Horsham is a market town on the upper reaches of the River Arun in the centre of the Weald, West Sussex, in the historic County of Sussex, England. The town is 31 miles south south-west of London and 18.5 miles north-west of Brighton. Nearby towns include Crawley to the north-east and Haywards Heath and Burgess Hill to the south-east. The first historical record of Horsham is from AD 947. The name either originates from "Horse Ham", meaning a place where horses were kept, or "Horsa's Ham", named for a Saxon warrior who was granted land in the area. The town has historically been known for horse trading in early medieval times, iron and brick making up until the 20th century, and brewing more recently. In the commercial centre of Horsham is an open square known as the Carfax. This area contains the Town's Memorial to the dead of the two world wars, a substantial, well-used bandstand and a Saturday market. The name Carfax is likely of Norman origin – a corruption of 'Quatre Voies'(four ways) or 'Carrefour', a place where four roads meet. The town has one main railway station, Horsham station, on the Arun Valley Line from Chichester to Crawley, Gatwick and London Victoria. Normally trains on this line depart from Bognor Regis and alternately from Portsmouth or Southampton Central and are joined at Horsham.
Horsham YMCA Football Club was formed in 1898. During the first 31 years of the club's existence they played at Lyons Field, the name of which is derived from the Bowes-Lyon family who owned a substantial amount of land around Horsham at one time. In 1929 the club moved to its present ground at Gorings Mead for which they were able to secure the freehold at a later date. In the early years they played in the Horsham and District League before moving to the Crawley League and subsequently to the Mid Sussex League. Their rise through the later two leagues was swift and facilitated the club's entry into the Sussex County League in 1959. In the first season, they finished twelfth out of fifteen and then began a gradual improvement. Horsham YMCA then spent seven years in Division 2 before gaining promotion in 1966 as Champion, two points ahead of Newhaven. During that season they dropped just four points from 34 matches, scoring 141 goals in the process. The club gained Division 1 status along with Newhaven and remained there for sixteen seasons until the end of the 1981–82 season when they were relegated. The best performances during that period were two consecutive third place finishes in 1977–78 and 1978–79. Despite relegation the club bounced straight back as Division 2 champions in the following season. This time they spent five seasons in the top division before being relegated for the second time in at the end of the season 1987–88.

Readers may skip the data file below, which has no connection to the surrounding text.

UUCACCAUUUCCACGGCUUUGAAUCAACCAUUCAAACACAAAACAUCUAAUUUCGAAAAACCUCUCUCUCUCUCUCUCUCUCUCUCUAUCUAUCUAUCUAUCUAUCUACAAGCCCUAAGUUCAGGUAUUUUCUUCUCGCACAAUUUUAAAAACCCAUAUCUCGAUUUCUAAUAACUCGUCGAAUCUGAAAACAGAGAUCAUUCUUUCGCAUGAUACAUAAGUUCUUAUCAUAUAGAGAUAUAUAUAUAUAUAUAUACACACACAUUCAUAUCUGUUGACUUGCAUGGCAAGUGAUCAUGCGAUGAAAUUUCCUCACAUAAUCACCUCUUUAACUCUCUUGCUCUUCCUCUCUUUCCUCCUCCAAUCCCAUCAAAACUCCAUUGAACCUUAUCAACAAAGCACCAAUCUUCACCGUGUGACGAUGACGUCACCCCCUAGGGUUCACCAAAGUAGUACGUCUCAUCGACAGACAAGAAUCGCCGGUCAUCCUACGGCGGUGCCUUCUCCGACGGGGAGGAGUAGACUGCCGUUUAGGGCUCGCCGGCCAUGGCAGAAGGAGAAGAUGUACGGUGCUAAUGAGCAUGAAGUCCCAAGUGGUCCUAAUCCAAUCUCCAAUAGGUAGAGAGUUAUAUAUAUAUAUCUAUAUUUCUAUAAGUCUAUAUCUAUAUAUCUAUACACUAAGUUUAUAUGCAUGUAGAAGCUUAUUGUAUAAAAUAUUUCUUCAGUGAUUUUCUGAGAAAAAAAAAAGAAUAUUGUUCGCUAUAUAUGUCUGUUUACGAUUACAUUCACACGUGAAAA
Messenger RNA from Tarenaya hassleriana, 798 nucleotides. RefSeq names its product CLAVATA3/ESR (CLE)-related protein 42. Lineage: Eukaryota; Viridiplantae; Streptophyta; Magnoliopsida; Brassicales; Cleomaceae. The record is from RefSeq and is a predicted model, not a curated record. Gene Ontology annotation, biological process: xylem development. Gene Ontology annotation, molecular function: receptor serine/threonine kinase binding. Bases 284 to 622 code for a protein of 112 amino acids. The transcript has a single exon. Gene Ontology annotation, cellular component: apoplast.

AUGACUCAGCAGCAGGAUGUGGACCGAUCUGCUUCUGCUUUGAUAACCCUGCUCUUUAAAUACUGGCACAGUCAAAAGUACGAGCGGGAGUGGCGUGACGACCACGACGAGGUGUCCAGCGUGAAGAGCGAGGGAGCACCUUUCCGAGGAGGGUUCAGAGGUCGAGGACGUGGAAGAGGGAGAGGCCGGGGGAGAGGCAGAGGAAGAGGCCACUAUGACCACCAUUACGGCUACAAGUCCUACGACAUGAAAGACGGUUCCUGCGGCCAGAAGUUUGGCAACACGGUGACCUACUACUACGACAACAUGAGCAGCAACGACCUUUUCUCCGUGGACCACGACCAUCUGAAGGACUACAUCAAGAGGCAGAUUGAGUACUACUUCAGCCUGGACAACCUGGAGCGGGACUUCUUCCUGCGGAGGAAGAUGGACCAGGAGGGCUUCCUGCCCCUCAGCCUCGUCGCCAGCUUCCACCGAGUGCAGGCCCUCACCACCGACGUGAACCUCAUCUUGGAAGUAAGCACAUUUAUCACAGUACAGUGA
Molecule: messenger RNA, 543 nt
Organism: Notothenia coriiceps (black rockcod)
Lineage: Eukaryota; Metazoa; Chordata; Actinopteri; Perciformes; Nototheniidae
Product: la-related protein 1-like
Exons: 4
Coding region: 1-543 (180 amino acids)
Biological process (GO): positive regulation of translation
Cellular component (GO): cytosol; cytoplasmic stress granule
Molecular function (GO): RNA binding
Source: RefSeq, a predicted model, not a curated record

This Pieman travelled to this midweek fixture by train from London Bridge (returning to London Victoria) to Horsham station. The walk to the football ground which is adjacent to that of neighbours Horsham FC took around 20 minutes. I was impressed when the home side ran out to "YMCA" by the Village People and in hindsight would have been disappointed if they had not. The points were shared with visitors Hassocks FC following this 1-1 draw.